The subject of what goes under the shibboleth of “affirmative action” is both close to my heart and one about which I have frequently written, usually drawing on Andrew Kull’s legal history The Color-Blind Constitution. Published by Harvard University Press in 1998, it remains a terrific book. If Kull updated it to take cases of the past 25 years into account, the update would vindicate his analysis. One cannot miss Kull’s admiration for those who have sought to enforce “the color-blind Constitution” in lawsuits going back to 1850 and the doublethink that has defeated it.
It is a subject shrouded in doublethink. Doublethink permeated the UNC and Harvard “affirmative action” cases argued yesterday in the Supreme Court. The Supreme Court has posted oral argument in the UNC case here and in the Harvard case here.
Perhaps the time has come to place “affirmative action” in the course of ultimate extinction. One cannot have any doubt, however, that if the Supreme Court upholds the claims of color-blindness in higher education, its decisions will run up against a wall of massive resistance among those who are responsible for the regime of racial discrimination. The Star Tribune, for example, celebrates their efforts in advance in “As Supreme Court weighs affirmative action, Minnesota colleges pledge to uphold diversity efforts.” Assuming the Court finds its way in these cases, however, the decisions will finally place the law on the right side.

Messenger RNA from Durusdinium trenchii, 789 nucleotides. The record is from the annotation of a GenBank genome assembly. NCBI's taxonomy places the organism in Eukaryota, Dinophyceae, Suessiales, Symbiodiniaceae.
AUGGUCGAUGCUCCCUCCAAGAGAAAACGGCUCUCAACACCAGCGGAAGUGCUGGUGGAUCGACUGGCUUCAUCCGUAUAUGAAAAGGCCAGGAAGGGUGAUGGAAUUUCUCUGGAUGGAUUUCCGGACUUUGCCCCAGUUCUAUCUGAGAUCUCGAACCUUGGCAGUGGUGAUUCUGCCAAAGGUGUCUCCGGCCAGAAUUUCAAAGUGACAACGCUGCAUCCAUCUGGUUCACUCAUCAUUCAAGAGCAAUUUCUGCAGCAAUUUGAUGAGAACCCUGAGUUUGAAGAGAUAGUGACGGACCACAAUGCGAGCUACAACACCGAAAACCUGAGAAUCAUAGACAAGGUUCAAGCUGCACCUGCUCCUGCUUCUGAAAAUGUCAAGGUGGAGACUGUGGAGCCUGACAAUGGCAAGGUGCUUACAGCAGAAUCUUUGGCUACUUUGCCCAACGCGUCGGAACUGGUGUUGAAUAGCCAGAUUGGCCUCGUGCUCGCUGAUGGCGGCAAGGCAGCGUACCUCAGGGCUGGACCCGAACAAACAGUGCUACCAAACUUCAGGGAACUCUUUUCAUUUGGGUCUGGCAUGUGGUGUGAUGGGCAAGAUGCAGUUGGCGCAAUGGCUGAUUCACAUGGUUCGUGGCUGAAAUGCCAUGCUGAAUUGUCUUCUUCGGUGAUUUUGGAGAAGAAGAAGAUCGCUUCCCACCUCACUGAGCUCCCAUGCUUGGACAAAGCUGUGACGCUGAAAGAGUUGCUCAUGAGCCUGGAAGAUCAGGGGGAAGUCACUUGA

The Manhattan Institute convened a virtual discussion immediately following the conclusion of the oral argument in the two cases yesterday afternoon. The participants featured MI Senior Fellow and Director of Constitutional Studies Ilya Shapiro, University of San Diego Law School University Professor Gail Heriot, and MI adjunct fellow Wai Wah Chin. The discussion was moderated by MI senior fellow and director of legal policy James R. Copland. The video is below.